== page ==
disks doe not help because Oracle never reads the index and table at the
same instance. For a single task, yes, but in a real-world
database with hundreds of concurrent tasks, you may see serious disk
enqueues, as the disk read-write heads slam around, trying to serve-up
data blocks from distant cylinders.
What about RAID, SAN and NAS?
This discussion is clouded
when we discuss RAID with Oracle. Oracle's default RAID (as
codified in 10g ASM) is called SAME (Stripe and Mirror Everywhere), more
commonly known as RAID10. The RAID 10 mirrors all disks and then
deals-out the data blocks across the disks, just like dealing-out deck
of cards. This truly randomized I/O and any hot disks would be
very rare. These RAID'ed disk sets behaves as if they were a
single disk, with I/O levels raising and filling in unison.
Some say that these days with
RAID and SANs where you don't really have control over where the
information is laid out, separation doesn't matter. Like Mladen Gogala
'spreading the disk I/O is
not an issue. Majority of cases involves some kind of SAN solution,
which completely hides any underlying disk structure.
Your volumes consist of
striped and mirrored disk devices cached by the SAN box itself.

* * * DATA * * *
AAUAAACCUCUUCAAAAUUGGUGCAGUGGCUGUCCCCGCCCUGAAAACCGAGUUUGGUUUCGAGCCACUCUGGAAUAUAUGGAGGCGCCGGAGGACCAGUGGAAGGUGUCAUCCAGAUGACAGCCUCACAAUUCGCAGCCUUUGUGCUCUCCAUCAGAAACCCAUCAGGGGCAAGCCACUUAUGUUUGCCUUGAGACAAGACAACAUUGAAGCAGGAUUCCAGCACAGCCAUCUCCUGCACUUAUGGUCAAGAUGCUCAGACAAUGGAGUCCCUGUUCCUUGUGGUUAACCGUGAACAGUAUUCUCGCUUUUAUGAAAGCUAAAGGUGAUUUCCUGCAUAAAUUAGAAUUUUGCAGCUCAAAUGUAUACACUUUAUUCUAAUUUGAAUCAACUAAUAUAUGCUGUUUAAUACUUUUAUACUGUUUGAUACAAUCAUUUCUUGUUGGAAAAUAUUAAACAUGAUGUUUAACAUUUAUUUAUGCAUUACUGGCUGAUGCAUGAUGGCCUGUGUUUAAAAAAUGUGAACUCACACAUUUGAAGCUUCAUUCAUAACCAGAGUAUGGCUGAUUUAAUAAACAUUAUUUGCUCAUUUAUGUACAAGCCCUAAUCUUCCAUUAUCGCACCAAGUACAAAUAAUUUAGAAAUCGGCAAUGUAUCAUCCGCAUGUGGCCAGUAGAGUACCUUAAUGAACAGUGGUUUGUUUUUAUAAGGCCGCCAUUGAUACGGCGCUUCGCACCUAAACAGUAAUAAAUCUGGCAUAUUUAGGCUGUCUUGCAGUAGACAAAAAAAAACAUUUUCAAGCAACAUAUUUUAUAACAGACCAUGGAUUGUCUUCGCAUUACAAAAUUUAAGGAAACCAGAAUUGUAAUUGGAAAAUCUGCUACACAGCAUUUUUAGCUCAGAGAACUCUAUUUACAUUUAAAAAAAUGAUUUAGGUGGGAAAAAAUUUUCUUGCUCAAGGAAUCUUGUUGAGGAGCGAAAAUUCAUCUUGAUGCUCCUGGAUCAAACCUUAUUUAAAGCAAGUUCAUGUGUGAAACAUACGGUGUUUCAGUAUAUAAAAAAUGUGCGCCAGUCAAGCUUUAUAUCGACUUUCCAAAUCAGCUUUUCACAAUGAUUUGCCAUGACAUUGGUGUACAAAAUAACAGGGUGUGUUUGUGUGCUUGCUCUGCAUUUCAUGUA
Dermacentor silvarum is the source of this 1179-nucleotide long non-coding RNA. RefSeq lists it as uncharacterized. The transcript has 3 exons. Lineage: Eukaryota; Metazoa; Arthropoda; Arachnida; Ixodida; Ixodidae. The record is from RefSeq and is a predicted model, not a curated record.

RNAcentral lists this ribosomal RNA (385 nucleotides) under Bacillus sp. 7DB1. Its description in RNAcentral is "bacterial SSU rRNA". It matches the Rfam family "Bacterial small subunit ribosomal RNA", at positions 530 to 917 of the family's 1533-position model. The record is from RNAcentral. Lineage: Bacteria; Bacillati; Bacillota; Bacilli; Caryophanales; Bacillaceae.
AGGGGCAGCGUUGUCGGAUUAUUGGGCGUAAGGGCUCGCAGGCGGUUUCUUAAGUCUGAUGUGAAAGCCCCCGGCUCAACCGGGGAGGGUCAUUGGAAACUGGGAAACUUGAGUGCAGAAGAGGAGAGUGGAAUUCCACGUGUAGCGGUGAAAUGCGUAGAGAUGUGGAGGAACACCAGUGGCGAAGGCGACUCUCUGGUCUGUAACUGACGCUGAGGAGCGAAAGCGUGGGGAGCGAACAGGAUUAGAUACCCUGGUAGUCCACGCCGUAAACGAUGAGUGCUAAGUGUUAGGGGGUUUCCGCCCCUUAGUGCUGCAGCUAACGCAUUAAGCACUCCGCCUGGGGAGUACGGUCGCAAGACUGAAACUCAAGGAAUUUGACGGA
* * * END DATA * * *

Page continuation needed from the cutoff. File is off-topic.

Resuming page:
At the time when the DBA
sees data files, disk spindles are completely indiscernible.?
But what if the database is
not using a SAN or RAID and using old technology where they just have
regular disk drive running off Windows OS device drivers? Separation of
tables and indexes is obviously going to help.
And what about systems with
more than one CPU, those with SMP and parallel disk read requests? Would
it follow that one CPU can be requesting a look at an index while
another is looking for table data? With disk caches, the disk
controllers probably could handle these requests in almost simultaneous
fashion, eliminating disk latency caused by using a single disk.
Segregating objects in very large
But even with 500 gig disks, a
large database may map to dozens of disks, and some DBA's create "RAID
Groups", raiding sets of disks together, such that they all respond to
uniformly to random I/O activity.
Also, remember that some RAID
levels (i.e. mirroring-only) allow for I/O segregation.